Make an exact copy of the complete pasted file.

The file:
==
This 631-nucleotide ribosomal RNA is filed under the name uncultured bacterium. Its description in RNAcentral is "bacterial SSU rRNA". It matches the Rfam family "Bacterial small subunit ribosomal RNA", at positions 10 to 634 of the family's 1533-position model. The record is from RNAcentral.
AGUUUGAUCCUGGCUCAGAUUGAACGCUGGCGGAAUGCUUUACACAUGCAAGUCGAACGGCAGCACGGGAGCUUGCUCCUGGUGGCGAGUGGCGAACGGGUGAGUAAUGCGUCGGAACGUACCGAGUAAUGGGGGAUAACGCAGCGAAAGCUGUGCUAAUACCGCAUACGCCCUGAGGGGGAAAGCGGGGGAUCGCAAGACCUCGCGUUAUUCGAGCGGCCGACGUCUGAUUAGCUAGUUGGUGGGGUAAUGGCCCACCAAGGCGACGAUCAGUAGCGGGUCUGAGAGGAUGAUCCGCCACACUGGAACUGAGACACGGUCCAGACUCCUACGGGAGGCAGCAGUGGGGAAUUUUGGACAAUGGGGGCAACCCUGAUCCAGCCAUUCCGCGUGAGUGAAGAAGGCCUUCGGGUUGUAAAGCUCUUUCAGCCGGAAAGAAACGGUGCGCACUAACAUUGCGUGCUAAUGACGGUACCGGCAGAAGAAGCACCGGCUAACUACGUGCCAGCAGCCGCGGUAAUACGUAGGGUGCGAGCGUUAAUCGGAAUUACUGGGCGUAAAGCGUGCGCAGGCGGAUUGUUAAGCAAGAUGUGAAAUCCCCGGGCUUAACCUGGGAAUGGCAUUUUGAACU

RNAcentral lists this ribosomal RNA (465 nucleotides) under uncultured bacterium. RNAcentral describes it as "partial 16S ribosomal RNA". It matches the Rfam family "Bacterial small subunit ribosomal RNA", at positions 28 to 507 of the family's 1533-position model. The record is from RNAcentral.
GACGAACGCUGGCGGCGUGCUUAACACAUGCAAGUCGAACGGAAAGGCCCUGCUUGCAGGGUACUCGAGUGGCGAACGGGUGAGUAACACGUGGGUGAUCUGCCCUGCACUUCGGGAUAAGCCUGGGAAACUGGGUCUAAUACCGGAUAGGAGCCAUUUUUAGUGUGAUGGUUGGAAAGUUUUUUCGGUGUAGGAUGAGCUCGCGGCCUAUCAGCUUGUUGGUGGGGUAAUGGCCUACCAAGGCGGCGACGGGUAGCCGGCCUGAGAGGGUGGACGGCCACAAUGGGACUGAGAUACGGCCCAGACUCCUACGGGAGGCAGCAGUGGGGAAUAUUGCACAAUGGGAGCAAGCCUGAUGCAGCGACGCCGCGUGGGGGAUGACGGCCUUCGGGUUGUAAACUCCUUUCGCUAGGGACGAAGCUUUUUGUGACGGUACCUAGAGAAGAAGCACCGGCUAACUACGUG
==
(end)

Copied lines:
This 631-nucleotide ribosomal RNA is filed under the name uncultured bacterium. Its description in RNAcentral is "bacterial SSU rRNA". It matches the Rfam family "Bacterial small subunit ribosomal RNA", at positions 10 to 634 of the family's 1533-position model. The record is from RNAcentral.
AGUUUGAUCCUGGCUCAGAUUGAACGCUGGCGGAAUGCUUUACACAUGCAAGUCGAACGGCAGCACGGGAGCUUGCUCCUGGUGGCGAGUGGCGAACGGGUGAGUAAUGCGUCGGAACGUACCGAGUAAUGGGGGAUAACGCAGCGAAAGCUGUGCUAAUACCGCAUACGCCCUGAGGGGGAAAGCGGGGGAUCGCAAGACCUCGCGUUAUUCGAGCGGCCGACGUCUGAUUAGCUAGUUGGUGGGGUAAUGGCCCACCAAGGCGACGAUCAGUAGCGGGUCUGAGAGGAUGAUCCGCCACACUGGAACUGAGACACGGUCCAGACUCCUACGGGAGGCAGCAGUGGGGAAUUUUGGACAAUGGGGGCAACCCUGAUCCAGCCAUUCCGCGUGAGUGAAGAAGGCCUUCGGGUUGUAAAGCUCUUUCAGCCGGAAAGAAACGGUGCGCACUAACAUUGCGUGCUAAUGACGGUACCGGCAGAAGAAGCACCGGCUAACUACGUGCCAGCAGCCGCGGUAAUACGUAGGGUGCGAGCGUUAAUCGGAAUUACUGGGCGUAAAGCGUGCGCAGGCGGAUUGUUAAGCAAGAUGUGAAAUCCCCGGGCUUAACCUGGGAAUGGCAUUUUGAACU

RNAcentral lists this ribosomal RNA (465 nucleotides) under uncultured bacterium. RNAcentral describes it as "partial 16S ribosomal RNA". It matches the Rfam family "Bacterial small subunit ribosomal RNA", at positions 28 to 507 of the family's 1533-position model. The record is from RNAcentral.
GACGAACGCUGGCGGCGUGCUUAACACAUGCAAGUCGAACGGAAAGGCCCUGCUUGCAGGGUACUCGAGUGGCGAACGGGUGAGUAACACGUGGGUGAUCUGCCCUGCACUUCGGGAUAAGCCUGGGAAACUGGGUCUAAUACCGGAUAGGAGCCAUUUUUAGUGUGAUGGUUGGAAAGUUUUUUCGGUGUAGGAUGAGCUCGCGGCCUAUCAGCUUGUUGGUGGGGUAAUGGCCUACCAAGGCGGCGACGGGUAGCCGGCCUGAGAGGGUGGACGGCCACAAUGGGACUGAGAUACGGCCCAGACUCCUACGGGAGGCAGCAGUGGGGAAUAUUGCACAAUGGGAGCAAGCCUGAUGCAGCGACGCCGCGUGGGGGAUGACGGCCUUCGGGUUGUAAACUCCUUUCGCUAGGGACGAAGCUUUUUGUGACGGUACCUAGAGAAGAAGCACCGGCUAACUACGUG